Even comparing estimates is much improved. In the first plot, the sixth ratio (treatment B vs C at diagnosis=uncomplicated), which has the value 1.9, seems to be the second most extreme estimate. In the second plot, you can also see that the first and last estimates are more extreme (further from 1) than the sixth estimate. For example, the last estimate is about 0.26, which is the equivalent to the inverse ratio 1/0.26 ≈ 3.8, which is much greater than 1.9. That fact was not evident in the first plot.

### Plotting the odds ratios on a log scale manually

If you compute the odds ratio and confidence limits in a DATA step or in a procedure that does not support odds ratio plots, you can use the SGPLOT procedure to create the odds ratio plot with a logarithmic axis. You can use the SCATTER statement to plot the estimates and the XERRORLOWER= and XERRORUPPER= options to plot the confidence intervals. You can use the TYPE=LOG option on the XAXIS statement to change the scale of the axis. The following PROC SGPLOT statement plots the data in the ORPlot data set, which was created by the ODS OUTPUT statement during the first call to PROC LOGISTIC. The names of the data set variables are self-explanatory:

```title "Odds Ratios with 95% Wald Confidence Limits"; proc sgplot data=ORPlot noautolegend; scatter y=Effect x=OddsRatioEst / xerrorlower=LowerCL xerrorupper=UpperCL markerattrs=(symbol=diamondfilled); refline 1 / axis=x; xaxis grid type=log label="Odds Ratio (log scale)"; /* specify log scale */ yaxis grid display=(nolabel) discreteorder=data reverse; run;```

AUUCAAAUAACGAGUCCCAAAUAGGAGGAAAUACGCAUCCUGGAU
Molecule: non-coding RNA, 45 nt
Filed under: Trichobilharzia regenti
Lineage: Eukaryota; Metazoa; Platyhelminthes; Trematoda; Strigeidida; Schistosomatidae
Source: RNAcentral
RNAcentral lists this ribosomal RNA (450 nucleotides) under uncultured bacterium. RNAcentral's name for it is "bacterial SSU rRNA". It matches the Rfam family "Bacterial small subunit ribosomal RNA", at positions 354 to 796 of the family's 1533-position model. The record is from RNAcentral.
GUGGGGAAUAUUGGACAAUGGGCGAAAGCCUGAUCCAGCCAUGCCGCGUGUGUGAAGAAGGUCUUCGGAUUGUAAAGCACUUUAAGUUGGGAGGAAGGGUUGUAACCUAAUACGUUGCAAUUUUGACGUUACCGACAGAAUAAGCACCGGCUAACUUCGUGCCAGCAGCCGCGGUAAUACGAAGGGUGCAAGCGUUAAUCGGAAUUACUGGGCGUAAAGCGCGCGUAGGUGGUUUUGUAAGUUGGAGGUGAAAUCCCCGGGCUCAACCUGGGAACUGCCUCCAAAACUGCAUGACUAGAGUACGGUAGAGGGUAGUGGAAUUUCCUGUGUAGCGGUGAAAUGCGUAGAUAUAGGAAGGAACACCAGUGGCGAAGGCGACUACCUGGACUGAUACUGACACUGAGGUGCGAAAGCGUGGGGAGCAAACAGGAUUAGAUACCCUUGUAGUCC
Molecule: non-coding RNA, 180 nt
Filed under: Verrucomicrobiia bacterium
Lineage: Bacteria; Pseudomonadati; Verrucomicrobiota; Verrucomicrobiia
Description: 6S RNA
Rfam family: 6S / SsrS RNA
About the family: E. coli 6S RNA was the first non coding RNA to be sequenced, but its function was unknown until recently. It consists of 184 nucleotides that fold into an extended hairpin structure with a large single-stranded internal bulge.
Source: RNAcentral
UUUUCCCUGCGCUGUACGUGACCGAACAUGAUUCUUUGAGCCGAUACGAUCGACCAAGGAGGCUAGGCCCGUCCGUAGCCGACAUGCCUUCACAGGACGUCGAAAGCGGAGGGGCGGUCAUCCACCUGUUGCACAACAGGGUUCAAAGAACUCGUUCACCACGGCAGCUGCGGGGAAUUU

The graph is essentially the same as the one produced by PROC LOGISTIC and is not shown. This same technique can be used to create forest plots in SAS.

### Create an odds ratio plot with a log scale? You decide!

Should you use a log-scale axis for an odds ratio plot? It depends on your target audience. I recommend it when you are presenting results to a mathematically sophisticated audience.

For other audiences, it is less clear whether the advantages of a log scale outweigh the disadvantages. Odds ratio plots are used heavily in medical research, such as to report the results of clinical trials. Is the average medical practitioner and healthcare administrator comfortable enough with log scales to justify using them?

What do you think? If you use odds ratio plots in your work, which version do you prefer? SAS software can easily produce both kinds of odds ratio plots, so the choice is yours.

Share Distinguished Researcher in Computational Statistics

Rick Wicklin, PhD, is a distinguished researcher in computational statistics at SAS and is a principal developer of SAS/IML software. His areas of expertise include computational statistics, simulation, statistical graphics, and modern methods in statistical data analysis. Rick is author of the books Statistical Programming with SAS/IML Software and Simulating Data with SAS.

1. Oh I didn't know about the logbase option - very neat! I think it allows the viewer to easily compare the odds ratio estimates as you point out. I would refer to the tabular output to do this but probably not now.

I'm familiar with the default odds ratio plot display however I like the new perspective the log scale odds ratio plot offers.

Thanks for sharing!

Cheers,
Michelle

2. Thanks for agreeing! A good note (I failed to mention in my post as well) is that it does not matter what the base of the log is. Log base 2 often make for nicer intervals to mark on the log scale, if the ratio's are around the 0.5 ~ 4 range.

They may be easier to interpret than log base 10 (in terms of doubling or halfing the odds), but odds ratio's all together take alittle mathematical sophistication to understand at all. I've seen enough misleading examples where people misinterpret ratio's below 1 to believe that such plots should by default be on a log scale.

• SAS programmers: If you want to use base 2, use LOGBASE=2 on the PROC LOGISTIC statement and add LOGBASE=2 to the XAXIS statement in PROC SGPLOT. Natural logs are handled similarly with LOGBASE=e.